Care in crisis: why I'm supporting Mind's campaign
Posted Monday 18 October 2010
This summer would not have been a great one for anyone keeping track of mental health issues in the media. Amidst all the discussions around spending reviews, benefits cuts and rising unemployment, there were nightmarish stories about mental health care, even as the Government talked about world class services.
In June news broke that the South London and Maudsley Trust has been piloting a programme for medium and high security patients to be fitted with electronic tagging devices. In August, on BBC Radio 4 a Brunel University professor advocated sterilisation for the ‘mentally disabled’. Later that month, two black men, 23 year old Olaseni Lewis and 52 year old Colin Holt, were killed while being restrained by police. Seni was killed in a mental health hospital and Colin in his home. If these are examples of mental health ‘care’ in crisis, then we are in big trouble.
I also spent part of the summer leading a research project talking to black women about what helped them recover from mental health problems. Their experiences of what helped and what did not resonated with my own experience of accessing mental health services over the last two decades. When we are in crisis, many of us are frightened, vulnerable and helpless. Many of us have no choice but to put our faith in a system that we assume is resourced and tasked with providing sensitive and appropriate care.
Research shows that there is still a long way to go to make acute and crisis care a safe and enabling experience for many people. A recent Care Quality Commission research showed that 39% of all suicides were of people who were under observation. Service users, especially women, have long talked about the importance of single sex wards in their recovery; yet the Count me in census 2009 found that 67% of the people surveyed were not in single sex wards. Many people from black and minority ethnic communities face extreme coercive treatment at the acute end of services, including use of seclusion, hands-on restraint and higher rates of admission (Count me in 2005 - 2009).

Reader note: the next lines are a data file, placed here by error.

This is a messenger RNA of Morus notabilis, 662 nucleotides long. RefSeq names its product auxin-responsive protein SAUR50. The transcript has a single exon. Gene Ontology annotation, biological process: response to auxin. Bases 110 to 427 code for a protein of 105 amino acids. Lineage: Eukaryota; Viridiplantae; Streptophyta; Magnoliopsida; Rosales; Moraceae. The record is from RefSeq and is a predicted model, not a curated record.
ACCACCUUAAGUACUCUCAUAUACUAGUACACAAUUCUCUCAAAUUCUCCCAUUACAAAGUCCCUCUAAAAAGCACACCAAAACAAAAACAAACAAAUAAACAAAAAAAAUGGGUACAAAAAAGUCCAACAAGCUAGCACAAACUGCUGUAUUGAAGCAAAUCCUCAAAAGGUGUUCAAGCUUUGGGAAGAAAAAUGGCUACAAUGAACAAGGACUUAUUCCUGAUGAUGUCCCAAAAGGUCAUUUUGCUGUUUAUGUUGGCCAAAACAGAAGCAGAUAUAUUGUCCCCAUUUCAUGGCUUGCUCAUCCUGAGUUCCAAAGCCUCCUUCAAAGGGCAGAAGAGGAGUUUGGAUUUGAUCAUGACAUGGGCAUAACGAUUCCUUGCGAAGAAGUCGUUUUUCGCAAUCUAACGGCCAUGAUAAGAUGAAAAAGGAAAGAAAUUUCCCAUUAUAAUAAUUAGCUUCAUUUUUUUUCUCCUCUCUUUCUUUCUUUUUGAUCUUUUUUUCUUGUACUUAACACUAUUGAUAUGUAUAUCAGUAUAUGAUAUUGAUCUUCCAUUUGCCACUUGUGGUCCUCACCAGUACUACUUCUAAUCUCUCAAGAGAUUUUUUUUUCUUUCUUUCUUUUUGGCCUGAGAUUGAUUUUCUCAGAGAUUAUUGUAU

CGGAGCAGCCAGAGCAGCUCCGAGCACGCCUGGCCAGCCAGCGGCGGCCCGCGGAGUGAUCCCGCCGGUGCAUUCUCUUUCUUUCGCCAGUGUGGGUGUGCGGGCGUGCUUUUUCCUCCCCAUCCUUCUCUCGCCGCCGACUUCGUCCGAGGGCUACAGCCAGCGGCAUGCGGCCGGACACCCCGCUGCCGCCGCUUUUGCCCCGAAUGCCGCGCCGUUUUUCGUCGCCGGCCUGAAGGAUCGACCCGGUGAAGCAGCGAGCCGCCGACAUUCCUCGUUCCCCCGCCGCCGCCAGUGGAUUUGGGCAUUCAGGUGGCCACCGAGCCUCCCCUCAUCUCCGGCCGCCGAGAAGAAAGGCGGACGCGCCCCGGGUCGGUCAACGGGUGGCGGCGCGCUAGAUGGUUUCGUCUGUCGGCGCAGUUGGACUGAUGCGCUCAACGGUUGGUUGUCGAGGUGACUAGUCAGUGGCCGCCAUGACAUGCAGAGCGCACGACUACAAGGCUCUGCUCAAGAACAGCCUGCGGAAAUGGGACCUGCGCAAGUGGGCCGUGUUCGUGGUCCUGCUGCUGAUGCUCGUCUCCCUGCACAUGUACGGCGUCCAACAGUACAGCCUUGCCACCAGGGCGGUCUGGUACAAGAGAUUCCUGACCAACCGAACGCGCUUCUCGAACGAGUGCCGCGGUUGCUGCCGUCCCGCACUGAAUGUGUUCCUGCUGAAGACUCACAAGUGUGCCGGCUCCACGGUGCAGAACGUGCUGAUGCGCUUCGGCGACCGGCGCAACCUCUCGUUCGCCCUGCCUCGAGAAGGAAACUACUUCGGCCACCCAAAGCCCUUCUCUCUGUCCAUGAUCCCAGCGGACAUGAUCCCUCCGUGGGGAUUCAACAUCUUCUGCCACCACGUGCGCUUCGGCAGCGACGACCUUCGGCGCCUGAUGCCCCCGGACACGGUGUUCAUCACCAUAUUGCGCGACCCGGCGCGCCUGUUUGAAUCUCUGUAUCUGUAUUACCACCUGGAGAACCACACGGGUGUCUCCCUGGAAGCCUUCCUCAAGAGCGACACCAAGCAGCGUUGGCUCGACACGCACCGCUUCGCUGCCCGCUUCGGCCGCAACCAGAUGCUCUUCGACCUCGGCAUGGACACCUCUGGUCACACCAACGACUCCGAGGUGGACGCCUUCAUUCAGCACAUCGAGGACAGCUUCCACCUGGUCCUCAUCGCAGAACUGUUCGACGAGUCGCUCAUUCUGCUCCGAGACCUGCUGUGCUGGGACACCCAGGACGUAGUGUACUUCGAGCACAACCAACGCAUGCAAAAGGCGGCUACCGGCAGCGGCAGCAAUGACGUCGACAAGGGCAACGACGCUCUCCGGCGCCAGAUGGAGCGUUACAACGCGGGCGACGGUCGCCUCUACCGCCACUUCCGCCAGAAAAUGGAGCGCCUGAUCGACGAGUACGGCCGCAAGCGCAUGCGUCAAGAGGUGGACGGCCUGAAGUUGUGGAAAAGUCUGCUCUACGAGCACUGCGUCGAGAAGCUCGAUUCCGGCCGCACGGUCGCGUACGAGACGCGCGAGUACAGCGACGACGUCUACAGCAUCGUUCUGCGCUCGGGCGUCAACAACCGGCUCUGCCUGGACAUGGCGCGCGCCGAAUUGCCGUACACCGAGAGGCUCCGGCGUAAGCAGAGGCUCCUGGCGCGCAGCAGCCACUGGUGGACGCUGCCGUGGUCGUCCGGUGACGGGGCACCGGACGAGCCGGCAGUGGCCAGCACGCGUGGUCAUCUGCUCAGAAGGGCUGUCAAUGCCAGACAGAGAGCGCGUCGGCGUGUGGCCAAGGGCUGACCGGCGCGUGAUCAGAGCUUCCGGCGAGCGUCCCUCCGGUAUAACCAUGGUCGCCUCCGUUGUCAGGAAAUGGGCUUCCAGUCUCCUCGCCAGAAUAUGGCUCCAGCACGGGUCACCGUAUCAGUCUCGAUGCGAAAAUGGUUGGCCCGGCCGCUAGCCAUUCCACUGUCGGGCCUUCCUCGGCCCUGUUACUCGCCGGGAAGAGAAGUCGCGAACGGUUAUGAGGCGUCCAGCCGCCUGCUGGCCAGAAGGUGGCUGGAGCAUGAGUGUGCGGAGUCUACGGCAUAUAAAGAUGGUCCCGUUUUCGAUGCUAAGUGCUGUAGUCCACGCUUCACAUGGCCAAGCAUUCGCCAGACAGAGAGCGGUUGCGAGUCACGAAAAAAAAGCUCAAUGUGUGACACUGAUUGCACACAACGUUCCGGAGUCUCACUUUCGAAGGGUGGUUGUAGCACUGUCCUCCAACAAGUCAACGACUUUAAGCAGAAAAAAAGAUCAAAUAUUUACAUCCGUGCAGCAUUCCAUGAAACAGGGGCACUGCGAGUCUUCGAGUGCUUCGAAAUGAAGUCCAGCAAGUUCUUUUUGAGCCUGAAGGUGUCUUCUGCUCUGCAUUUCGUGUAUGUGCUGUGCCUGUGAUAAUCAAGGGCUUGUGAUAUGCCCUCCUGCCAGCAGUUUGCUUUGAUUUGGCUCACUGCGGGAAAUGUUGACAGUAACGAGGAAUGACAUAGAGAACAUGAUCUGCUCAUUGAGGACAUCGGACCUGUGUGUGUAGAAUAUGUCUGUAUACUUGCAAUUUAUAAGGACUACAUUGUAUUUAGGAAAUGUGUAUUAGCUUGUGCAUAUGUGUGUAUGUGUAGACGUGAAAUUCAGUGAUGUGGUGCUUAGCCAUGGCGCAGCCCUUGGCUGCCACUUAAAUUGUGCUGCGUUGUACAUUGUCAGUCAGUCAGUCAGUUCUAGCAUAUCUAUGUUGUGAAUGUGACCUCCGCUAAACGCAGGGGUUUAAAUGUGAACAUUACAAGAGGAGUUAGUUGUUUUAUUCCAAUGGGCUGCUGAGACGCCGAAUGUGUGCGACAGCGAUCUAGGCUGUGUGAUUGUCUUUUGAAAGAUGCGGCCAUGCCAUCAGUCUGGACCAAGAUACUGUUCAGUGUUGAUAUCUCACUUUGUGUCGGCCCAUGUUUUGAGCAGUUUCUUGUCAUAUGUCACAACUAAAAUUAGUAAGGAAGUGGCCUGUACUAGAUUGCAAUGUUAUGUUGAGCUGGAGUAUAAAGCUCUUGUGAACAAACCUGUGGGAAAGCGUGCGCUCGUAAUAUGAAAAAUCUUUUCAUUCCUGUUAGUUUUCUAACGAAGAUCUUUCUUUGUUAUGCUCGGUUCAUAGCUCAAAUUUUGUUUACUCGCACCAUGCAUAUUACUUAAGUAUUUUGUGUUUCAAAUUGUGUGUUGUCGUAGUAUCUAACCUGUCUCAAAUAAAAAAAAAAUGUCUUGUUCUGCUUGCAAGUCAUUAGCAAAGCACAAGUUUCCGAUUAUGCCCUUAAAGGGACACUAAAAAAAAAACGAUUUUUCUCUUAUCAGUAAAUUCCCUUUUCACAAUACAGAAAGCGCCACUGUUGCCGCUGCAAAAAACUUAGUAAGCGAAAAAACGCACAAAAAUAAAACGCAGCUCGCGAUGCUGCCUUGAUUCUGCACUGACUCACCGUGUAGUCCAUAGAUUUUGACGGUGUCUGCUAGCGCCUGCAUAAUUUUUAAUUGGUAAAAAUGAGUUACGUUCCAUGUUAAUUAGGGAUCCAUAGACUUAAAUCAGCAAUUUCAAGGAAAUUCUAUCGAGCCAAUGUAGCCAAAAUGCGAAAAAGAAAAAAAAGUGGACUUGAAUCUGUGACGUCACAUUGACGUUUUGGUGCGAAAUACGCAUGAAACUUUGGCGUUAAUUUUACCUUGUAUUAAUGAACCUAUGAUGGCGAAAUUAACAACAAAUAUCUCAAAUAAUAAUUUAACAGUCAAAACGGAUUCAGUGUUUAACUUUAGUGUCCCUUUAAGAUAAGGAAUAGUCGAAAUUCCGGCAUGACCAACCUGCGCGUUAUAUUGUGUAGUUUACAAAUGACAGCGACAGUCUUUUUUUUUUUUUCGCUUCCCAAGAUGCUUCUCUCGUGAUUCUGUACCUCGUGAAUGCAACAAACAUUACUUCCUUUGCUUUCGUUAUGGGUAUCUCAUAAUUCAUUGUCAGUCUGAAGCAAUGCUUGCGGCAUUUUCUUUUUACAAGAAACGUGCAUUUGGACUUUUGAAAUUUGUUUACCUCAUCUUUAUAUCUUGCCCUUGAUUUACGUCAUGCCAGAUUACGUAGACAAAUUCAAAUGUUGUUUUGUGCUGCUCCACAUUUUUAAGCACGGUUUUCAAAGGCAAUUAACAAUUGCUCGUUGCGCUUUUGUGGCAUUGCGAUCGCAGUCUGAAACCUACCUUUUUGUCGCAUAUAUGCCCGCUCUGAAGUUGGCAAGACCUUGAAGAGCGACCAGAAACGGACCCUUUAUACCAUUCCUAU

I believe that the care we receive while is crisis is absolutely crucial to our subsequent recovery and has to work for all of us, especially the most marginalised and vulnerable in society. That is why I have joined the inquiry panel of Mind’s campaign to improve care in crisis. Over the next few months, the panel will be hearing evidence about people’s experiences of acute care wards, crisis resolution teams, access to crisis houses, and alternative approaches to crisis care. And based on this evidence, we will campaign for long-term improvements in crisis care.
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